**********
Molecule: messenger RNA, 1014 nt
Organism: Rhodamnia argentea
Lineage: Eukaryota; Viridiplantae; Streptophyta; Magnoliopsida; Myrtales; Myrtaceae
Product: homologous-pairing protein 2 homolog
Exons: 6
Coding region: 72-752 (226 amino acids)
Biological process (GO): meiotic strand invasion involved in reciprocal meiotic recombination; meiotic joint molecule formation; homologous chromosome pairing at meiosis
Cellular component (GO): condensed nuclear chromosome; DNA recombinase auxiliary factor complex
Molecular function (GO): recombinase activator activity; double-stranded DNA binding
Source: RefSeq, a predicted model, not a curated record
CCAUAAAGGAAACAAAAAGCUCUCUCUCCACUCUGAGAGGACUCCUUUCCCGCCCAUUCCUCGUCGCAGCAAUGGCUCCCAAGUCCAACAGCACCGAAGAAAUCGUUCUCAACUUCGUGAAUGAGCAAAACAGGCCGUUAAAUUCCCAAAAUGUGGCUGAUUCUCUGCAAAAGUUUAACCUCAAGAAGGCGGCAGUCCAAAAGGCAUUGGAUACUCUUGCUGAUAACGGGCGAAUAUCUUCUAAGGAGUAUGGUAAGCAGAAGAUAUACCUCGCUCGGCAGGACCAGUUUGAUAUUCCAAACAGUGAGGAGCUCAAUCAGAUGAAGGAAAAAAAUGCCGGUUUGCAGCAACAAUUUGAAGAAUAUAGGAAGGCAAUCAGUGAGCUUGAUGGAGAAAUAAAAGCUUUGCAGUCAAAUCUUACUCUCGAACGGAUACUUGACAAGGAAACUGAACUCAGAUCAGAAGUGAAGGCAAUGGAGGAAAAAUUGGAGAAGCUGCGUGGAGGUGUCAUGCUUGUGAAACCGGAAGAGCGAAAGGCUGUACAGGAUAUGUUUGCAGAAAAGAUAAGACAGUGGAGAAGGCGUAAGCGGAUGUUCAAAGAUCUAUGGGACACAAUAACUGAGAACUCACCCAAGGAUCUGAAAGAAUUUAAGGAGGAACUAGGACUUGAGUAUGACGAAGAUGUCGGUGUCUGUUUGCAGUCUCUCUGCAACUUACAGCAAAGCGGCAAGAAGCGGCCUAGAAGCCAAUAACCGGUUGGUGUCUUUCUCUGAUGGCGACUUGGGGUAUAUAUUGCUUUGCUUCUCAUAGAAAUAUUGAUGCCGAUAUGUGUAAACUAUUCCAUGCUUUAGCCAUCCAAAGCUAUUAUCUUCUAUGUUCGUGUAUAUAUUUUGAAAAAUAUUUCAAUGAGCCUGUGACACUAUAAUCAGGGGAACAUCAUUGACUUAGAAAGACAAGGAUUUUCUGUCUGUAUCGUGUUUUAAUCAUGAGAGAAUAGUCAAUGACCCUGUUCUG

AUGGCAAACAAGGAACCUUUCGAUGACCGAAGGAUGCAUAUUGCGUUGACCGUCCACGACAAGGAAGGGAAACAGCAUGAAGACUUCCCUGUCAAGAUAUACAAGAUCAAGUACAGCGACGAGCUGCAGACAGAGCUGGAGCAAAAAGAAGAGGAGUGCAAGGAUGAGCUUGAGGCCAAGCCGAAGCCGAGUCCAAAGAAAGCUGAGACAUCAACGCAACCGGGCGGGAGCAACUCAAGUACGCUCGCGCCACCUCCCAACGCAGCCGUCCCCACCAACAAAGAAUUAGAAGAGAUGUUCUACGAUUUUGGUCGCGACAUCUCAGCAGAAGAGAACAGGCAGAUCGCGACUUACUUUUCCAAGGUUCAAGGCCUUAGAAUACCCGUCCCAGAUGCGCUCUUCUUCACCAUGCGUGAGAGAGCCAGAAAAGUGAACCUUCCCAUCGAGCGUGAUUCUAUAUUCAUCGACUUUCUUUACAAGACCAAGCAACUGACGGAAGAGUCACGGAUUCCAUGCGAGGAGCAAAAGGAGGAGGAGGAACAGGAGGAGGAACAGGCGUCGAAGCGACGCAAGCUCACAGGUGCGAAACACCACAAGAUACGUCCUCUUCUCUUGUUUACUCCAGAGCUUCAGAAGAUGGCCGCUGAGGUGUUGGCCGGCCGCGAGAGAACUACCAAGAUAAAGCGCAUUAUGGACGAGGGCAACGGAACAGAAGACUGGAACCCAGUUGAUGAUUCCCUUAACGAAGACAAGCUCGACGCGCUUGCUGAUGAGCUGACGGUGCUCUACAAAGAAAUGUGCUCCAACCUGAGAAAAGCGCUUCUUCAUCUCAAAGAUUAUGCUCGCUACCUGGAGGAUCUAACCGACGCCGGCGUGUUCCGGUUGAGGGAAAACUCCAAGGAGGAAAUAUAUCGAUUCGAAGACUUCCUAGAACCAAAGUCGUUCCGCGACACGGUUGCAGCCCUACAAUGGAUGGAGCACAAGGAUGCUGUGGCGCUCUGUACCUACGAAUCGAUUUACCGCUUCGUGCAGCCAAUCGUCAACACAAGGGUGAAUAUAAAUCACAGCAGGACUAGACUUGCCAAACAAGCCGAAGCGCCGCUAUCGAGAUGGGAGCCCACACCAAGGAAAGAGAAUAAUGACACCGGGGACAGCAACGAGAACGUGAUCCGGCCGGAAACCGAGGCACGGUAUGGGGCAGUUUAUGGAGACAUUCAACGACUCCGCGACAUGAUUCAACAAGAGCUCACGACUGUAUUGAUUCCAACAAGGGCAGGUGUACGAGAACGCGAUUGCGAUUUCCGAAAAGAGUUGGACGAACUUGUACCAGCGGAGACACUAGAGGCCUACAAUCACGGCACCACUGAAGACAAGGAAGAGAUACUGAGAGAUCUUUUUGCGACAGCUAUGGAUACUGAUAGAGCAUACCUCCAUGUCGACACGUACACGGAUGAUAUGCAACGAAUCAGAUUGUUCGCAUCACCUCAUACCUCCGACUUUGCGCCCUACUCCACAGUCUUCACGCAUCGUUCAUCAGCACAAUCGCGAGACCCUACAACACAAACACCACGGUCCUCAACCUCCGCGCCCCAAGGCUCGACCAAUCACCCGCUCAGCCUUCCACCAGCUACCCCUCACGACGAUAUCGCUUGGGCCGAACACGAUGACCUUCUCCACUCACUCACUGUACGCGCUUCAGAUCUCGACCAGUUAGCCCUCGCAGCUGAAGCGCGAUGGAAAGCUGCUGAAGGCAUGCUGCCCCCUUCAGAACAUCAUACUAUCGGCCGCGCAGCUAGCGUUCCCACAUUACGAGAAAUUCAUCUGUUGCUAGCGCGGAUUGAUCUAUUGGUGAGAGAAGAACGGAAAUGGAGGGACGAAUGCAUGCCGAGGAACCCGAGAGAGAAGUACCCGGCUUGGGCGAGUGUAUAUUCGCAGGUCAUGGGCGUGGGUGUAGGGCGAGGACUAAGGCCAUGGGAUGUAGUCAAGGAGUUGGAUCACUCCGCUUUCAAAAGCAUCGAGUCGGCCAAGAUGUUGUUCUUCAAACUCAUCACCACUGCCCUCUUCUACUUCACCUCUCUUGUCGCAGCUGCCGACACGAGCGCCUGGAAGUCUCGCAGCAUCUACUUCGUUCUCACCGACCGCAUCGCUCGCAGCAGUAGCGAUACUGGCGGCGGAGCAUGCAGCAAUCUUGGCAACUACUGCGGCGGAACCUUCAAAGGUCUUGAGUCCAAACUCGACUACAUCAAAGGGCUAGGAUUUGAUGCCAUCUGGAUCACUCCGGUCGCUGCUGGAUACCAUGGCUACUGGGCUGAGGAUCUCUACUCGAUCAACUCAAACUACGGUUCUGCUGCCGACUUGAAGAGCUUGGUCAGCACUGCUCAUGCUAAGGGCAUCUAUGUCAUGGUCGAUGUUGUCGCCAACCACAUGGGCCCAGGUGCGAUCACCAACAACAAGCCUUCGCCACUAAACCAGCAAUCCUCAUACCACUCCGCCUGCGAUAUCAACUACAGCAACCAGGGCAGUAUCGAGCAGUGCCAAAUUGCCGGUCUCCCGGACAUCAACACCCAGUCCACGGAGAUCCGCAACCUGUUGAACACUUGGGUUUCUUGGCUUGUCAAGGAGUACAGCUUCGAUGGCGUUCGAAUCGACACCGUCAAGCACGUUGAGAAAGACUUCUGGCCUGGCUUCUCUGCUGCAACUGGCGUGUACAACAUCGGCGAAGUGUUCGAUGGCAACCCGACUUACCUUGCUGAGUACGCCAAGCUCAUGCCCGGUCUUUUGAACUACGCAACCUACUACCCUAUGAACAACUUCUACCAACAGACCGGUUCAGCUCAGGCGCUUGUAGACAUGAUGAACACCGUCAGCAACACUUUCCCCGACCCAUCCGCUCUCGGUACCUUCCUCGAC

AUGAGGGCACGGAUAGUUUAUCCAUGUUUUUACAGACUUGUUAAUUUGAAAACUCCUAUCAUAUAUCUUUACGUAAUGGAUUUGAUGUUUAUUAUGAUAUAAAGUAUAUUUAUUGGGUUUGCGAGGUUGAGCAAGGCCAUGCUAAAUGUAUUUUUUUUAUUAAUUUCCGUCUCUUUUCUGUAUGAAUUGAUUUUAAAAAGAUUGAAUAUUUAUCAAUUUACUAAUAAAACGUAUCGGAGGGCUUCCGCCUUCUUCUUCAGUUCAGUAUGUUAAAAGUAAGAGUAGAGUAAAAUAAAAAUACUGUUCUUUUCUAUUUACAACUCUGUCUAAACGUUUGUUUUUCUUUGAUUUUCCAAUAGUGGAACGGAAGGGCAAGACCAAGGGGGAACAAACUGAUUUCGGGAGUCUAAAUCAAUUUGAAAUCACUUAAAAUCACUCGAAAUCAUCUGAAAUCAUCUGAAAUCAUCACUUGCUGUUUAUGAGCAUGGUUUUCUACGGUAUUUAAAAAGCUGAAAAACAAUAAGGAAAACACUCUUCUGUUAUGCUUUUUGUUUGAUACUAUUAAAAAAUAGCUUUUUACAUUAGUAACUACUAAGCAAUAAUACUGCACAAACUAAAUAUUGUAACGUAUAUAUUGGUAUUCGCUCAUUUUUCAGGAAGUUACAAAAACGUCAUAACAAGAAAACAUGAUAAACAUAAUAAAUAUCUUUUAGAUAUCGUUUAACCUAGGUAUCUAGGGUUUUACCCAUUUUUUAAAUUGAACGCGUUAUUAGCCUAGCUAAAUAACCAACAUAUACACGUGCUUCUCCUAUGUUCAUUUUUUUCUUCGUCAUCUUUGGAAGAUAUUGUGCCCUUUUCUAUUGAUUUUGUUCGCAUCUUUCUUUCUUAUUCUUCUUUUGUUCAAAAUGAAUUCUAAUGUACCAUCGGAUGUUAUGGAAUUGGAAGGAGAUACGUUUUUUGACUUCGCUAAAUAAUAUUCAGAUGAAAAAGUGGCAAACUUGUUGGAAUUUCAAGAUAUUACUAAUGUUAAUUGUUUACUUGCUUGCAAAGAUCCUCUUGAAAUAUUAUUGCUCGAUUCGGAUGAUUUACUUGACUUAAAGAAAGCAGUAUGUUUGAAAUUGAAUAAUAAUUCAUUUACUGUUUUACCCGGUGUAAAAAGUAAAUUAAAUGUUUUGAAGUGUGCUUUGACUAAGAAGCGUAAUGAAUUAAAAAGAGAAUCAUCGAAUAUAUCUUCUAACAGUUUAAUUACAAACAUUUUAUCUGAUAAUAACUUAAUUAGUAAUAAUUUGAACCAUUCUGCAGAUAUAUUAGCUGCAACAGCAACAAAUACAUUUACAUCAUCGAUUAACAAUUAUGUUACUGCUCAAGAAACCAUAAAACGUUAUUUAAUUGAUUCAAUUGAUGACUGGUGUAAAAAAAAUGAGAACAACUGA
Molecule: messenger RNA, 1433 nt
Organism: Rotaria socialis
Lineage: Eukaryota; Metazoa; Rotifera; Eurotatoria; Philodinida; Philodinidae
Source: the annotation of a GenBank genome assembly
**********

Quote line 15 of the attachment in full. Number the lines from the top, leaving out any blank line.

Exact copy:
Organism: Rotaria socialis